Selective divestment

As a general rule, NZIF does not recommend divestment from secondary equity markets as an approach to drive alignment in individual portfolios, especially when primary market issuances such as bonds are more associated with new production capacity. However, investors could consider divestment or exclusion based on their own strategies and client/beneficiary needs and:


  • As a consequence of climate financial risk assessment.
  • As a consequence of escalation following engagement.
  • For companies whose primary activities and expansion plans are incompatible with a credible net zero pathway, with exclusions identified over relevant timeframes.

NZIF recommends investors develop a deforestation and energy investment policy to inform strategies and activities, as associated transition risks may become more acute in the future as the likelihood of a disorderly transition increases.

Alignment assessment methodology

NZIF consistently uses five categories of alignment, representing progressive steps towards alignment with a net zero pathway. Investors can use these to evaluate where investments are on this progression and by extension, a forward-looking nuanced understanding of their portfolio alignment (when investments are aggregated). The five categories are:


  • ‘Not aligning’: Refers to assets without a commitment to decarbonise in a manner consistent with achieving global net zero.
  • ‘Committed to aligning’: Refers to assets with a long term decarbonisation goal consistent with achieving global net zero by 2050.
  • ‘Aligning to a net zero pathway’: Refers to assets with emissions performance not equal to a contextually relevant net zero pathway. However, importantly they have science-based targets and a decarbonisation plan, and are thus ready to transition.
  • ‘Aligned to a net zero pathway’: Refers to assets which have science-based targets, a decarbonisation plan, and current absolute or emissions intensity at least equal to a relevant net zero pathway. This category broadly signifies that transition risk is being managed at an asset level.
  • ‘Achieving net zero’: Typically, refers to when assets meet all relevant criteria and have an emissions performance at net zero which can be expected to continue.

Criteria underpinning NZIF 
asset alignment

NZIF uses a set of ten backwards, current, and forward-looking criteria to assess assets, but only a subset to determine alignment. The subset differs across each asset class due to specificities and whether assets are in high impact material sectors.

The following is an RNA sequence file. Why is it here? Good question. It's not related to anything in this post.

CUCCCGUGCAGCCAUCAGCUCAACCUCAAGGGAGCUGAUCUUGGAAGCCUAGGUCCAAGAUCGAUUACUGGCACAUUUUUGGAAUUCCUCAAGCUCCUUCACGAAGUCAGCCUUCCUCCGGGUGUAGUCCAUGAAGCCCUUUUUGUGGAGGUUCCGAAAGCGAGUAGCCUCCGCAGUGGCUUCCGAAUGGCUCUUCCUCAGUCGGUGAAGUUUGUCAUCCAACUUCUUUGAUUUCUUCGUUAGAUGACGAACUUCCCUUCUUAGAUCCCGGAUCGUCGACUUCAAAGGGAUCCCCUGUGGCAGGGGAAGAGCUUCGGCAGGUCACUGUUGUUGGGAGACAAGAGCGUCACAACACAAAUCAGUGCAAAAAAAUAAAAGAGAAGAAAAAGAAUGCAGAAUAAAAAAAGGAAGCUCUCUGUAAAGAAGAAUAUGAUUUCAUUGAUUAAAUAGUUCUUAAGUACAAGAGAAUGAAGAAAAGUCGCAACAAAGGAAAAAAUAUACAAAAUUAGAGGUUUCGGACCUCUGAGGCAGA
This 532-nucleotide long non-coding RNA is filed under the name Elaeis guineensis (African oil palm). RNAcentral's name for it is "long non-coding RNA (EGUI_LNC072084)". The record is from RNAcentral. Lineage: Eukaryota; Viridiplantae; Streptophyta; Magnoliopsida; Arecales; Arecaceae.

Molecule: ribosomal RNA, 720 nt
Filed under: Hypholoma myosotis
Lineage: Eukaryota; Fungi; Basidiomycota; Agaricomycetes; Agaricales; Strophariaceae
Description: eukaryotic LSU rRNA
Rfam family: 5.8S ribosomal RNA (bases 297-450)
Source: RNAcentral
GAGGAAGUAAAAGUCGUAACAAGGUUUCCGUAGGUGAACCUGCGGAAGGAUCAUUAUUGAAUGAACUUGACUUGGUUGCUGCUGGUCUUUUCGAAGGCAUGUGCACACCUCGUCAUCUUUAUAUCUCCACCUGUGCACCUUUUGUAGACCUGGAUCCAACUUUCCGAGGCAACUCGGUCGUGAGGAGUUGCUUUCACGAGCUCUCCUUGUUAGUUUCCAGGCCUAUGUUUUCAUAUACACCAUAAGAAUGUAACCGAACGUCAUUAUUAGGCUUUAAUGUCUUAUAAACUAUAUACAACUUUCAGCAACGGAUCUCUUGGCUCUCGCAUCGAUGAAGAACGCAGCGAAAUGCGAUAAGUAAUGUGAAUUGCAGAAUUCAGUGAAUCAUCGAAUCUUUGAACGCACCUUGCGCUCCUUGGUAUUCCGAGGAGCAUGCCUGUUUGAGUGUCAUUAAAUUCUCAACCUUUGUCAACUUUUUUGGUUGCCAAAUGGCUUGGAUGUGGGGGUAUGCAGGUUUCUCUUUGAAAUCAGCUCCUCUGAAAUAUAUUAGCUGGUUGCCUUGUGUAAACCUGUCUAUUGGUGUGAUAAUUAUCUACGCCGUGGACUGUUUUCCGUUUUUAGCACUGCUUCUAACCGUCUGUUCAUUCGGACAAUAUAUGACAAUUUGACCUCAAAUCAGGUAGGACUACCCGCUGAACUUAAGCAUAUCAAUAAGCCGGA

A subset is used because data availability and/or quality can be problematic (e.g., within emerging markets). High impact material sectors require more attention and thus criteria as they underpin economies via their inputs, and are vital to wider decarbonisation efforts. Other material sectors use fewer criteria to reduce the data dependency of the alignment process because they are expected to decarbonise as inputs into economies decarbonise.

The set of ten backwards, current, and forward-looking criteria used by NZIF to assess assets are set out in NZIF on page 23 [insert link]. These are specified in more detail under each asset class to ensure they are contextually specific. For the criteria used for each asset class, please see specific guidance for that asset class below.

The criteria laid out above provide a high-level framework for the alignment assessment of investments. Indicators for each criterion are purposefully unspecified to allow investors the flexibility to determine what indicators and data sources suit their circumstances. The criteria and subsequent assessment should cover scope 1, 2 and material scope 3 emissions. Investors should explain and justify the materiality approach taken.

Information on alignment criteria and indicators should be found within the transition plans of investments and should be chosen until decisions on the alignment of an asset can be adequately made. Investors should disclose, as appropriate, the indicators and data sources used to determine the fulfilment of alignment criteria.

Material sectors

NZIF considers sectors covered by NACE codes A-H and J-L as material and should be covered at a minimum by net zero objectives and targets:


  • A) Agriculture, forestry and fishing
  • B) Mining and quarrying
  • C) Manufacturing
  • D) Electricity, gas, steam and air conditioning supply
  • E) Water supply; sewerage; waste management and remediation activities
  • F) Construction
  • G) Wholesale and retail trade; repair of motor vehicles and motorcycles